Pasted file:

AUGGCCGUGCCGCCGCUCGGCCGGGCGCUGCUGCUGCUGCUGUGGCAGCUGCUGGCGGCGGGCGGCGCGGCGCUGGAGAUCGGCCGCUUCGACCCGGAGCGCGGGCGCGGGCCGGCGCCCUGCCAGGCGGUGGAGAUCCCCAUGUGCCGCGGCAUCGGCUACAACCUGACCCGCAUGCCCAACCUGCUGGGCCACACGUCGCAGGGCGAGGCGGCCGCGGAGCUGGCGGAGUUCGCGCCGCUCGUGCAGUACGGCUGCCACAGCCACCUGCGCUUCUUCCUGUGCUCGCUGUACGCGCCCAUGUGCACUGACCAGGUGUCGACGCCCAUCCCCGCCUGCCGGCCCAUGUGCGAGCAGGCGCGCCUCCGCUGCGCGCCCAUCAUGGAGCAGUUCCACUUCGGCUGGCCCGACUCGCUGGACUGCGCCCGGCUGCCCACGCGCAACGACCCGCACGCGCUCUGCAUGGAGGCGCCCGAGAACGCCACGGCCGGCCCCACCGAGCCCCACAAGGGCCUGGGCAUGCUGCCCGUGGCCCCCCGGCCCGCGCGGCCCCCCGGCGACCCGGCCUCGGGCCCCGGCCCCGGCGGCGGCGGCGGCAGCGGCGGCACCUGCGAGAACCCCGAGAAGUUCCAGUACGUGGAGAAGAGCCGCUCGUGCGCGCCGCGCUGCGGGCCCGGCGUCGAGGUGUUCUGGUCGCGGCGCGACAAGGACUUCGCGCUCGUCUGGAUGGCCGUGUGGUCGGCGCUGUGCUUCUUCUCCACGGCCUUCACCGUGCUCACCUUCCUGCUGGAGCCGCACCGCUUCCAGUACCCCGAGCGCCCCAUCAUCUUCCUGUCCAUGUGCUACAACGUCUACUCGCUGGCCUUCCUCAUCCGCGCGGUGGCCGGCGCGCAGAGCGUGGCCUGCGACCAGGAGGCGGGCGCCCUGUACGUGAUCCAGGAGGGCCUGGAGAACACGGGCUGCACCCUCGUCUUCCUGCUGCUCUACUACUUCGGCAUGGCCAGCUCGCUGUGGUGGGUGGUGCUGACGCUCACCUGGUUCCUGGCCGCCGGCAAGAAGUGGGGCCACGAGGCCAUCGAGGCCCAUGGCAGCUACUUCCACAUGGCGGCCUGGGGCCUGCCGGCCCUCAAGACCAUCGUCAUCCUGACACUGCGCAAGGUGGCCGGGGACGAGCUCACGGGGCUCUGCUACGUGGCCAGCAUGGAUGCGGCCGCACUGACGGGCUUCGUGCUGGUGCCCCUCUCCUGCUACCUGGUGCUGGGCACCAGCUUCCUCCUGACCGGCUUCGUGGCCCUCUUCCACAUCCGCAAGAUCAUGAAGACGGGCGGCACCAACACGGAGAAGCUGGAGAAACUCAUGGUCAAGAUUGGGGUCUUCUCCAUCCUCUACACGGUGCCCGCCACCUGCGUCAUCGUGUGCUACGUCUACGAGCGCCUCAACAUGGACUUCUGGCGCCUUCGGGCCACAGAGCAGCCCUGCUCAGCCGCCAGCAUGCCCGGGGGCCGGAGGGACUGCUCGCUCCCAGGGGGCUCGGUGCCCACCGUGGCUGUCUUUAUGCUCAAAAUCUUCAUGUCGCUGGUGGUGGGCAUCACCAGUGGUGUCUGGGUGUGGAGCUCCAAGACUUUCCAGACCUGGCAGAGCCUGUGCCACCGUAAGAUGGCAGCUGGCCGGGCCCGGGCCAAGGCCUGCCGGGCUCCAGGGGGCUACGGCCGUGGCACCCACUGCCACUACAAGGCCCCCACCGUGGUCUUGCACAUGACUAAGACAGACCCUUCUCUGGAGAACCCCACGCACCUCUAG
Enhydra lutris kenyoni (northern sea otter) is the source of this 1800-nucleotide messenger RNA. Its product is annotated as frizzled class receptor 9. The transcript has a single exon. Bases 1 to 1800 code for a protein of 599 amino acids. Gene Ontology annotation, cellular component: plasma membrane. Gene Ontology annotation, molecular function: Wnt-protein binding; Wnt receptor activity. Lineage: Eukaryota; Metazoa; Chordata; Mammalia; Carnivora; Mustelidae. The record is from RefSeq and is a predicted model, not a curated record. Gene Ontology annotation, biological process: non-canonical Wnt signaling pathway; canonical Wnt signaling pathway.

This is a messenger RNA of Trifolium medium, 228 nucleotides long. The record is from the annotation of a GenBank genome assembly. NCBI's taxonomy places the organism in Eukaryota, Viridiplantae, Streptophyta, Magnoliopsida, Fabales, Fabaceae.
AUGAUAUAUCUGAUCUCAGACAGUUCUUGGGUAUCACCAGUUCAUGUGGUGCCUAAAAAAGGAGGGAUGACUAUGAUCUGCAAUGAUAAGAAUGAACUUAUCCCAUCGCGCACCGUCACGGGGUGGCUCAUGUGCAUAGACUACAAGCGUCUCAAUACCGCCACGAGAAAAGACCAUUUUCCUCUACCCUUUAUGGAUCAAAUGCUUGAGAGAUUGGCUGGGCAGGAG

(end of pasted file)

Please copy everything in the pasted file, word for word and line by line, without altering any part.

AUGGCCGUGCCGCCGCUCGGCCGGGCGCUGCUGCUGCUGCUGUGGCAGCUGCUGGCGGCGGGCGGCGCGGCGCUGGAGAUCGGCCGCUUCGACCCGGAGCGCGGGCGCGGGCCGGCGCCCUGCCAGGCGGUGGAGAUCCCCAUGUGCCGCGGCAUCGGCUACAACCUGACCCGCAUGCCCAACCUGCUGGGCCACACGUCGCAGGGCGAGGCGGCCGCGGAGCUGGCGGAGUUCGCGCCGCUCGUGCAGUACGGCUGCCACAGCCACCUGCGCUUCUUCCUGUGCUCGCUGUACGCGCCCAUGUGCACUGACCAGGUGUCGACGCCCAUCCCCGCCUGCCGGCCCAUGUGCGAGCAGGCGCGCCUCCGCUGCGCGCCCAUCAUGGAGCAGUUCCACUUCGGCUGGCCCGACUCGCUGGACUGCGCCCGGCUGCCCACGCGCAACGACCCGCACGCGCUCUGCAUGGAGGCGCCCGAGAACGCCACGGCCGGCCCCACCGAGCCCCACAAGGGCCUGGGCAUGCUGCCCGUGGCCCCCCGGCCCGCGCGGCCCCCCGGCGACCCGGCCUCGGGCCCCGGCCCCGGCGGCGGCGGCGGCAGCGGCGGCACCUGCGAGAACCCCGAGAAGUUCCAGUACGUGGAGAAGAGCCGCUCGUGCGCGCCGCGCUGCGGGCCCGGCGUCGAGGUGUUCUGGUCGCGGCGCGACAAGGACUUCGCGCUCGUCUGGAUGGCCGUGUGGUCGGCGCUGUGCUUCUUCUCCACGGCCUUCACCGUGCUCACCUUCCUGCUGGAGCCGCACCGCUUCCAGUACCCCGAGCGCCCCAUCAUCUUCCUGUCCAUGUGCUACAACGUCUACUCGCUGGCCUUCCUCAUCCGCGCGGUGGCCGGCGCGCAGAGCGUGGCCUGCGACCAGGAGGCGGGCGCCCUGUACGUGAUCCAGGAGGGCCUGGAGAACACGGGCUGCACCCUCGUCUUCCUGCUGCUCUACUACUUCGGCAUGGCCAGCUCGCUGUGGUGGGUGGUGCUGACGCUCACCUGGUUCCUGGCCGCCGGCAAGAAGUGGGGCCACGAGGCCAUCGAGGCCCAUGGCAGCUACUUCCACAUGGCGGCCUGGGGCCUGCCGGCCCUCAAGACCAUCGUCAUCCUGACACUGCGCAAGGUGGCCGGGGACGAGCUCACGGGGCUCUGCUACGUGGCCAGCAUGGAUGCGGCCGCACUGACGGGCUUCGUGCUGGUGCCCCUCUCCUGCUACCUGGUGCUGGGCACCAGCUUCCUCCUGACCGGCUUCGUGGCCCUCUUCCACAUCCGCAAGAUCAUGAAGACGGGCGGCACCAACACGGAGAAGCUGGAGAAACUCAUGGUCAAGAUUGGGGUCUUCUCCAUCCUCUACACGGUGCCCGCCACCUGCGUCAUCGUGUGCUACGUCUACGAGCGCCUCAACAUGGACUUCUGGCGCCUUCGGGCCACAGAGCAGCCCUGCUCAGCCGCCAGCAUGCCCGGGGGCCGGAGGGACUGCUCGCUCCCAGGGGGCUCGGUGCCCACCGUGGCUGUCUUUAUGCUCAAAAUCUUCAUGUCGCUGGUGGUGGGCAUCACCAGUGGUGUCUGGGUGUGGAGCUCCAAGACUUUCCAGACCUGGCAGAGCCUGUGCCACCGUAAGAUGGCAGCUGGCCGGGCCCGGGCCAAGGCCUGCCGGGCUCCAGGGGGCUACGGCCGUGGCACCCACUGCCACUACAAGGCCCCCACCGUGGUCUUGCACAUGACUAAGACAGACCCUUCUCUGGAGAACCCCACGCACCUCUAG
Enhydra lutris kenyoni (northern sea otter) is the source of this 1800-nucleotide messenger RNA. Its product is annotated as frizzled class receptor 9. The transcript has a single exon. Bases 1 to 1800 code for a protein of 599 amino acids. Gene Ontology annotation, cellular component: plasma membrane. Gene Ontology annotation, molecular function: Wnt-protein binding; Wnt receptor activity. Lineage: Eukaryota; Metazoa; Chordata; Mammalia; Carnivora; Mustelidae. The record is from RefSeq and is a predicted model, not a curated record. Gene Ontology annotation, biological process: non-canonical Wnt signaling pathway; canonical Wnt signaling pathway.

This is a messenger RNA of Trifolium medium, 228 nucleotides long. The record is from the annotation of a GenBank genome assembly. NCBI's taxonomy places the organism in Eukaryota, Viridiplantae, Streptophyta, Magnoliopsida, Fabales, Fabaceae.
AUGAUAUAUCUGAUCUCAGACAGUUCUUGGGUAUCACCAGUUCAUGUGGUGCCUAAAAAAGGAGGGAUGACUAUGAUCUGCAAUGAUAAGAAUGAACUUAUCCCAUCGCGCACCGUCACGGGGUGGCUCAUGUGCAUAGACUACAAGCGUCUCAAUACCGCCACGAGAAAAGACCAUUUUCCUCUACCCUUUAUGGAUCAAAUGCUUGAGAGAUUGGCUGGGCAGGAG